Tag: tea drinking etiquette

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Tea Cups Talking: Disposable paper cup 2019

DISPOSABLE PAPER CUP

Disposable paper cup
Cup, composite paper and plastic coating, origin unknown, 2019 mass produced.

“How can you do this to me? Fill me with a hot liquid that screams how much it hates being contained and cradled in my form. A form that renders me unsuitable to return to the earth.  You then scream at me, reviled for cluttering the highways and byways of your lives.

“A little bag of indeterminable contents attached to a string with a cardboard label was flung into my body– I can tell you the contents of that bag started to complain immediately, about everything. He shrieked at the hot water that is whooshed in from the noisy machine – not hot enough to jump and fizz with life. Then he starts shrieking when the milk is added before he finishes brewing – he wanted three or four minutes and now the poor little fellow sits in my belly, weeping uncontrollably, seeping out dark brown tears that have no flavour. My cousin told me his cousin had cold milk poured into him first, then the poor bag, and then the dull hot water. The bag was screaming in agony at the torture. A plastic hat was stuffed on the cousin’s head with the cry of health and safety, a corrugated waistcoat slipped around his middle and the offer of little sugar sachets to add to make the whole concoction more palatable along with a wooden stick.

“Why do you use us like this? My lips are not designed to be kissed for pleasure, I am paper with a plastic coating to provide an impermeable surface. I can be used but despair that your taste-buds are deadened to sensuous pleasure in your quest to save time.

“What is this thing called time that needs to be saved?”

Brewing Tea English tea drinking research methods History of Tea tea customs Types of Teas

Tea cups talking: French tea cup and saucer circa 1920

 

A FOREIGNER TO THESE SHORES

Breakfast Cup and Saucer Porcelain, transfer-decorated. Sarreguemines factory, France Circa 1900 – 1920
Breakfast Cup and Saucer, porcelain, transfer-decorated, Sarreguemines factory, France, circa 1900 – 1920

 

“You English, you think you know everything to do with tea. And yet the very word that describes my pattern should give it away,  Chinoiserie. A French word adopted by you to describe the European view of the imaginary world of China. Despite adopting the drink of China as your own, it is the French aesthetic, unsurprisingly, that can accurately describe a sensibility beyond the understanding of you rost-bifs.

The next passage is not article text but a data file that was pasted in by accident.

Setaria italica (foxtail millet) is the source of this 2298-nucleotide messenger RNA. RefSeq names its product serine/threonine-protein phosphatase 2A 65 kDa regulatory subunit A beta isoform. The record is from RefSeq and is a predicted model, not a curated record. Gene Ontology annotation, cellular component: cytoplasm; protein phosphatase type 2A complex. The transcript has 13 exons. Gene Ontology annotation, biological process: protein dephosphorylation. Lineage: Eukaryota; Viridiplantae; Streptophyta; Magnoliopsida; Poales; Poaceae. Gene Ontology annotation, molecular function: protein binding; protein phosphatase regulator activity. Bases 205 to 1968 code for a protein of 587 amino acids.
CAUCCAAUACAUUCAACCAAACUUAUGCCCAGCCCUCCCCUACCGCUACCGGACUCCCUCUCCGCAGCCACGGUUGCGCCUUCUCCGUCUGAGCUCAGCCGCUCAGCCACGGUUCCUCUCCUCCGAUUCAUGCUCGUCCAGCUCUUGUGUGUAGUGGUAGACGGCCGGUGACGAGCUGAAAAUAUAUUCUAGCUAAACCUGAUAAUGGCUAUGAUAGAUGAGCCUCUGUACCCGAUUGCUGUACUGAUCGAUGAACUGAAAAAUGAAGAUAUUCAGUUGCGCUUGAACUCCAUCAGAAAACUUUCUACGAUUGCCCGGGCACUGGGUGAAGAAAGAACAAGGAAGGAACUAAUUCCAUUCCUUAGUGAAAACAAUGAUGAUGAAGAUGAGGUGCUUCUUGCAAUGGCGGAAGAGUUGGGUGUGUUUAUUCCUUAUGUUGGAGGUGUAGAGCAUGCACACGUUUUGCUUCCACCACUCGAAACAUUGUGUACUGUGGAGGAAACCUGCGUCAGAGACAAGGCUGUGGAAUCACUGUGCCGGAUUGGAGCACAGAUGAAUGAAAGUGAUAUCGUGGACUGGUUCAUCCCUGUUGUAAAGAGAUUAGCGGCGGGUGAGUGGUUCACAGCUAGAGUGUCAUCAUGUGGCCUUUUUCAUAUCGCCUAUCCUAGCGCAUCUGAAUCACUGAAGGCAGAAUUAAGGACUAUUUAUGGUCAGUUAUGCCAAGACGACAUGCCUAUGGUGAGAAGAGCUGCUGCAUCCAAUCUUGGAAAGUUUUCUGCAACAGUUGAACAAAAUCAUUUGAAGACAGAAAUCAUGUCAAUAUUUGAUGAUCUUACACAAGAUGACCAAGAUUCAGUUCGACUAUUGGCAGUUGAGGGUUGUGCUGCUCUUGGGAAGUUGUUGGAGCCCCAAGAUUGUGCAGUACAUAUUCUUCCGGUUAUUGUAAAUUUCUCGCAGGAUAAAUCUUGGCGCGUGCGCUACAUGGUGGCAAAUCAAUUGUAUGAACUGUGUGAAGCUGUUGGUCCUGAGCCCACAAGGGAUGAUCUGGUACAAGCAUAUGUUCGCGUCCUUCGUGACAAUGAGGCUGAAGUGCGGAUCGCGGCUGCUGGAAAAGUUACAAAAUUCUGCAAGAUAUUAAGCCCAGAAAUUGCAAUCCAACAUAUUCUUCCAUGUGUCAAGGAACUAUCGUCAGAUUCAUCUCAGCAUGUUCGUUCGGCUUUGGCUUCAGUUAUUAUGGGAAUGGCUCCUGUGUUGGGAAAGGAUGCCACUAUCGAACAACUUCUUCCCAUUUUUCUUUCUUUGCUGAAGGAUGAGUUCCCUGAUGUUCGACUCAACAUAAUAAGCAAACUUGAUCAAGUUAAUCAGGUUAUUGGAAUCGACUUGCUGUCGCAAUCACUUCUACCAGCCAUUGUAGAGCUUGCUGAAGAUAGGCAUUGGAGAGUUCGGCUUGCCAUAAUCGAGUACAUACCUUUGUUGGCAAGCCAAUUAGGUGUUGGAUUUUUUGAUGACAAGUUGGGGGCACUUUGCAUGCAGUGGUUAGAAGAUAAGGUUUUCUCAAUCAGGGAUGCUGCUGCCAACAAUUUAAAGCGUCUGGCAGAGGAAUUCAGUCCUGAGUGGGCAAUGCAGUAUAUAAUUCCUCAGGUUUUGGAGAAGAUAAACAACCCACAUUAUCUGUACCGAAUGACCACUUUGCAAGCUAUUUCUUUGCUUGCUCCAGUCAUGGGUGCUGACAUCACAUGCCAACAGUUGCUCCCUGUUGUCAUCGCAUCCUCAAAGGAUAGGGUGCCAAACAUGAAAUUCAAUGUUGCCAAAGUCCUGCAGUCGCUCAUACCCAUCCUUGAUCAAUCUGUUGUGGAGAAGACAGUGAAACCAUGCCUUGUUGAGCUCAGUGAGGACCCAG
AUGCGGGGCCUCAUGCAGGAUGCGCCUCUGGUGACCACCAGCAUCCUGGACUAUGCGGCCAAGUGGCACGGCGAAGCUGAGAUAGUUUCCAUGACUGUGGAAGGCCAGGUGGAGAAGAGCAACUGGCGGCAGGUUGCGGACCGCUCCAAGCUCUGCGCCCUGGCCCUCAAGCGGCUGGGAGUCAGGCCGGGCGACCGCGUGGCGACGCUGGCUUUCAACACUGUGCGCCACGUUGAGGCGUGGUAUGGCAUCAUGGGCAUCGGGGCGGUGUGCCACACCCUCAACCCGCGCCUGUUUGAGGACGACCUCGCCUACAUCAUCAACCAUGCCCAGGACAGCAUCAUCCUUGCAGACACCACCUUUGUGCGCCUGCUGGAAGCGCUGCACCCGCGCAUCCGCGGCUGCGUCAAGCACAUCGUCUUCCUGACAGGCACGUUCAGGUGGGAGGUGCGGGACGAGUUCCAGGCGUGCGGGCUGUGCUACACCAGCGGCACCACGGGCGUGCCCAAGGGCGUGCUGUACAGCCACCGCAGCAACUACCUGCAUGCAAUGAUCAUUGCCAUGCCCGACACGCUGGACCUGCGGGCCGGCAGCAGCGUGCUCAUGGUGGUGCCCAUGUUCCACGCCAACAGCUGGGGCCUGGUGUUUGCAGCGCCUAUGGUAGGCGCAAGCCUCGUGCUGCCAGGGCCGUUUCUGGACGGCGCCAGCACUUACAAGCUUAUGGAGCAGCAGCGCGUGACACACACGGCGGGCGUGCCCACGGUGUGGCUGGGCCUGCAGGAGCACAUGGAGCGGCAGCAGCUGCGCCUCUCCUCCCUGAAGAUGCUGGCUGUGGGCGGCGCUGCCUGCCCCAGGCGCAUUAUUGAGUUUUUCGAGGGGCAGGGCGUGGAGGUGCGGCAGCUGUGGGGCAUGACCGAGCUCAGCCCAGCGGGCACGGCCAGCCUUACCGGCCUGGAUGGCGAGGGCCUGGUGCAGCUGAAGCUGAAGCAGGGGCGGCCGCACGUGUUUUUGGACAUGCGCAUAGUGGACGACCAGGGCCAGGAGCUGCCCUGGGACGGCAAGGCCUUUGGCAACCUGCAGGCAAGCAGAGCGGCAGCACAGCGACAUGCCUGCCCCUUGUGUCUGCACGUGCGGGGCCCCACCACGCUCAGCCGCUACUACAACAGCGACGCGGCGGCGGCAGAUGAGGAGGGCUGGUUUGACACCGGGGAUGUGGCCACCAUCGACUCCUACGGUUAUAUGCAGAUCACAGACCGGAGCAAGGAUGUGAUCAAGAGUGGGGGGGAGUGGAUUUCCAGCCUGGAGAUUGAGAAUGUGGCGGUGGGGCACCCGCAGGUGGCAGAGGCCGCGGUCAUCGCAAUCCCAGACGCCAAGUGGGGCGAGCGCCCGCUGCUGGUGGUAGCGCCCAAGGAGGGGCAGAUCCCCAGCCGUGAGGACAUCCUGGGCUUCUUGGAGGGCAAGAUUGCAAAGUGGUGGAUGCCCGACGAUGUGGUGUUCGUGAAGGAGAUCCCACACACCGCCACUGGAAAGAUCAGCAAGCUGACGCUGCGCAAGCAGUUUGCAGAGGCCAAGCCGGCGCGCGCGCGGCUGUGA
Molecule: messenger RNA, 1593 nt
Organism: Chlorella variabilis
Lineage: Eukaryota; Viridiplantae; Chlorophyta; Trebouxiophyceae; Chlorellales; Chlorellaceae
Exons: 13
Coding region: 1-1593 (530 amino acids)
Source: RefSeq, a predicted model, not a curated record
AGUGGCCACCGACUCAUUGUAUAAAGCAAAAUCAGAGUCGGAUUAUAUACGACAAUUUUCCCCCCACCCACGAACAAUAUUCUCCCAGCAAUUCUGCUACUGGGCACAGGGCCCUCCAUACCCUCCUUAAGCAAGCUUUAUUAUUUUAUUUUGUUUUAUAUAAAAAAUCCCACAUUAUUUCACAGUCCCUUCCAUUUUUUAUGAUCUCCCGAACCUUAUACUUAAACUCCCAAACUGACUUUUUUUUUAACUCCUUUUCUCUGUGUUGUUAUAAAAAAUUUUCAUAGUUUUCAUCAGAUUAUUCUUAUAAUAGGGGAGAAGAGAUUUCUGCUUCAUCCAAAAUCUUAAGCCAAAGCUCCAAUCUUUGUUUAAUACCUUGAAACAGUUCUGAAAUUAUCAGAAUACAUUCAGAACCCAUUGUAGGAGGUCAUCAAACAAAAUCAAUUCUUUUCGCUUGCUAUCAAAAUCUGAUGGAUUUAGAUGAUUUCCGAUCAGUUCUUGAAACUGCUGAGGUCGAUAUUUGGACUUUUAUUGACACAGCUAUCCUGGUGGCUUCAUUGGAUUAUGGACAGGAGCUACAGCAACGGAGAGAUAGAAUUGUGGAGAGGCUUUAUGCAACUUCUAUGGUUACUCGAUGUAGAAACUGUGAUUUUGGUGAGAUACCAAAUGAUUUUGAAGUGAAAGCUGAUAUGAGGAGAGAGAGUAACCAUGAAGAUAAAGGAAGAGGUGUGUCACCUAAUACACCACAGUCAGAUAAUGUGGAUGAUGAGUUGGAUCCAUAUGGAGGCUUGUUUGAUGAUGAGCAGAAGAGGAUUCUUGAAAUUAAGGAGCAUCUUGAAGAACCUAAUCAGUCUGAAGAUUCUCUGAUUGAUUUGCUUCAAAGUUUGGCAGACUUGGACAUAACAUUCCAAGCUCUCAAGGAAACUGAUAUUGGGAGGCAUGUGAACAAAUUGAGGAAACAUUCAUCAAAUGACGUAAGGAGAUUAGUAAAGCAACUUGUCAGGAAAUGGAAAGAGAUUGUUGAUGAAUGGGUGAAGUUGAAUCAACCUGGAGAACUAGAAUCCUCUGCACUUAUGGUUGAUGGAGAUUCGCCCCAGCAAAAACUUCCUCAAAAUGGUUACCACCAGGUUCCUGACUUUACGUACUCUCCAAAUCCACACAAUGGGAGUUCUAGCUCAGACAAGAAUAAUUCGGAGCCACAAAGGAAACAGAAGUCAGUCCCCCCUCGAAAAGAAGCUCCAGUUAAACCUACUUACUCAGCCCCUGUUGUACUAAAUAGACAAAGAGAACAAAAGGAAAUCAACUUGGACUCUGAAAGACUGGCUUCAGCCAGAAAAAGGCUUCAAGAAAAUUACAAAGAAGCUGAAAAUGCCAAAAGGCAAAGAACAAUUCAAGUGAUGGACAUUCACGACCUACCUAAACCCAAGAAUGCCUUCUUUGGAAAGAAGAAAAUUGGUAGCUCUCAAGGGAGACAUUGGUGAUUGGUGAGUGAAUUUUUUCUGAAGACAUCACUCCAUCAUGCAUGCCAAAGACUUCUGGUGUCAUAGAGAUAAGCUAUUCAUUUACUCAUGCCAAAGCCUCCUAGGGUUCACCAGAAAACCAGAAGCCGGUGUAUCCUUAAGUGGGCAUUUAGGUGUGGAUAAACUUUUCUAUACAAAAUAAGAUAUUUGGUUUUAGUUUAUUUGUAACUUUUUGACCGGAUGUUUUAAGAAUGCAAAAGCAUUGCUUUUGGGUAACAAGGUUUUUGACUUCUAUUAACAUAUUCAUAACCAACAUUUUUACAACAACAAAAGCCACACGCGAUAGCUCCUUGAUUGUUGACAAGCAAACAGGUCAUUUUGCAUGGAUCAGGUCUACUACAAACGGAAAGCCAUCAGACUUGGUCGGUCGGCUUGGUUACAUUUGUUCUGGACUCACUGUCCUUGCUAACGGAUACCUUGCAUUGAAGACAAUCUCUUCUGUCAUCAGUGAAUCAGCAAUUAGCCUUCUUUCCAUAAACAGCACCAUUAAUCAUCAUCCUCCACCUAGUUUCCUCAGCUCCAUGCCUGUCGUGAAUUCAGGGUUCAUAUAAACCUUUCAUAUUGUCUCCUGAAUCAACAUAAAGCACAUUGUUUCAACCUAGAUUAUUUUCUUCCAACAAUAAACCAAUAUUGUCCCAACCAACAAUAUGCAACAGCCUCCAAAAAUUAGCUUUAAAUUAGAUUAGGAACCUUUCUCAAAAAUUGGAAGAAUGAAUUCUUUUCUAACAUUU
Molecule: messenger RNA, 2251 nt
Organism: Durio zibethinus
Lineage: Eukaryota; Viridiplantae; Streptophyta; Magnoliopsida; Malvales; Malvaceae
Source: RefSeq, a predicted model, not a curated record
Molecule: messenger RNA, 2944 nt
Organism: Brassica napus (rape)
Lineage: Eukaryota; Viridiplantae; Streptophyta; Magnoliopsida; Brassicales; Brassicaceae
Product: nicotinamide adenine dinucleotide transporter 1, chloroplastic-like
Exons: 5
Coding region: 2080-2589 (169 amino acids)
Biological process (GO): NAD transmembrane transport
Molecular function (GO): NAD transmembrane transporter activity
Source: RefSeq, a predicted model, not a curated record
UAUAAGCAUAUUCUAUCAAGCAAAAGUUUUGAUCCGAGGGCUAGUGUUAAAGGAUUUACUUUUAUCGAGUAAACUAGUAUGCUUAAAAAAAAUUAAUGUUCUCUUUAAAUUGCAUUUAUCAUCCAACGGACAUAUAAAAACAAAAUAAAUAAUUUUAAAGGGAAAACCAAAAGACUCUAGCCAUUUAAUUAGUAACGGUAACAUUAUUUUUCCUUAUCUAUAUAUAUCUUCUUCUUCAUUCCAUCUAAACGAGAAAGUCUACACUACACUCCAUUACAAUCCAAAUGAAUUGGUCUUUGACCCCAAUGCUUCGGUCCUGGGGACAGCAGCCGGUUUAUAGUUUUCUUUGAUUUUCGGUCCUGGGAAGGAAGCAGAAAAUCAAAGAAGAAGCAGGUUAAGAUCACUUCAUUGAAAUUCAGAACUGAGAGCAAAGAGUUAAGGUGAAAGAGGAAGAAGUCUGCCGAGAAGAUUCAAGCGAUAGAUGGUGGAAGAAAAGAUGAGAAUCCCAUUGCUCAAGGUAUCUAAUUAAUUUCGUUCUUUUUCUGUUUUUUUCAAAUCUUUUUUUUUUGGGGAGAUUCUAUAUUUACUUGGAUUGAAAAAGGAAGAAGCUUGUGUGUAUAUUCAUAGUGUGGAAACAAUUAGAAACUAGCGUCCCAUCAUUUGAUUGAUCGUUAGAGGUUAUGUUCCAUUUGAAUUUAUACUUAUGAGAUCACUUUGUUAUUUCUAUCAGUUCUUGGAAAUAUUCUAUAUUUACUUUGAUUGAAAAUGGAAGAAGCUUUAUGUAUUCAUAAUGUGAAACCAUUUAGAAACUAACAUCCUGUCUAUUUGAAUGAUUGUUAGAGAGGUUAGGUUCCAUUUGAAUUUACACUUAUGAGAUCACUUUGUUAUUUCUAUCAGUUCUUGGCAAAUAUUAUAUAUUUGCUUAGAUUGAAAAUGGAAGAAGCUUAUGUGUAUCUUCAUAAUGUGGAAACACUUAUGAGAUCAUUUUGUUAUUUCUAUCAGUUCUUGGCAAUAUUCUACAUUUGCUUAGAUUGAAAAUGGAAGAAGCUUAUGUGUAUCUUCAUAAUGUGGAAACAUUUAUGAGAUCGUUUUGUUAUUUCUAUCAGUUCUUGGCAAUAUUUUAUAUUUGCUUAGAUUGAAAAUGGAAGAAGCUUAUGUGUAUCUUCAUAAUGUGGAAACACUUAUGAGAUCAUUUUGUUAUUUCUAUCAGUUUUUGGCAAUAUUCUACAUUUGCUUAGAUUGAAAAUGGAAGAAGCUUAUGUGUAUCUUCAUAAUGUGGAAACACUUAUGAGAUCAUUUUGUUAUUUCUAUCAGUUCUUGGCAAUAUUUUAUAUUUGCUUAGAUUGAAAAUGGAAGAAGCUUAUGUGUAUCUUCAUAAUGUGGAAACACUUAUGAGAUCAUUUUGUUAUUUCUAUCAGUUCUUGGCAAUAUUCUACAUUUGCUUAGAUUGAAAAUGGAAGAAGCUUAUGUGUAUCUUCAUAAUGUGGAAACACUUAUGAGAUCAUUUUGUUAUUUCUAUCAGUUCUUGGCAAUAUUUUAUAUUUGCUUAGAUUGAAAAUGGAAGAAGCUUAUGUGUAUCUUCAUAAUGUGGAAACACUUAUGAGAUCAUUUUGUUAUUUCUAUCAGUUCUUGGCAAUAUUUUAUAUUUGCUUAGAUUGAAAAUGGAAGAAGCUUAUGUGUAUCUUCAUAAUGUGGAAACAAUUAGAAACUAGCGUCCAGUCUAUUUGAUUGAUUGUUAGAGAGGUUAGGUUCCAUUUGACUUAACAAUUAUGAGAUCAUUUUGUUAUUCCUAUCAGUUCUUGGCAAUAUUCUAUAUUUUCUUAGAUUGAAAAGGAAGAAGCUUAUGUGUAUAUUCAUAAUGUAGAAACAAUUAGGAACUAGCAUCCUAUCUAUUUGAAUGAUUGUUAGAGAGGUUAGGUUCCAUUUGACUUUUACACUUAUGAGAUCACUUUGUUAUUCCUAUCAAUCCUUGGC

“Look at my luscious willow blooms drooping over the exotic pagodas, the red wooden bridge that arcs over the limpid waters, the fisherman in the foreground and the camelias  nestling at the side of the internal rim pattern.

“I am a breakfast cup, the one used for a leisurely levée. My colours may be unusual in pinks but I am here and I have my place. I am porcelain, French porcelain, a material that you English never really mastered preferring the easy option of bone china to churn out your mass produced offerings decorated with banal images of flowers, endless flowers to represent an English style. How do you see the form of the cup if you plaster it with copies of nature – or perhaps that’s what you want, to disguise the vessel, to submerge it in a bower of flowers and distract your attention from the tea itself. The feast of the eyes to provide the flavour, and atmosphere, as you continue your non-verbal dialogue of one-upmanship.”

Brewing Tea English tea drinking research methods History of Tea tea customs

Tea Cups Talking: The Mug circa 2017

The Backbone of England

 

THE MUG 

A Tea Mug
Earthenware mug with white glaze, England circa 2017, mass produced.

 

“I’m good honest and upright, no flim-flam about me – you get what you see.

“Nothing better than my cargo; drop in my teabag, add milk, loads of sugar – I can take it – I’m the champion of the worker, your friend when you need to be lifted from the toils of your labours.

“OK, so he’s cheap, this tea bag – but he’s like me – no nonsense, straightforward, reliable, the  20th century English worker, we made this country.

“Just rinse me out and fill me up again – nothing is too much for me to provide succour and nourishment for my hardworking chap. I am there to service his needs – forget the poncey airs and graces of that gnat’s piss enjoyed by the la-de-da in their ridiculous tiny cups – I am the British Bulldog – the man of the masses, the salt of the Earth.”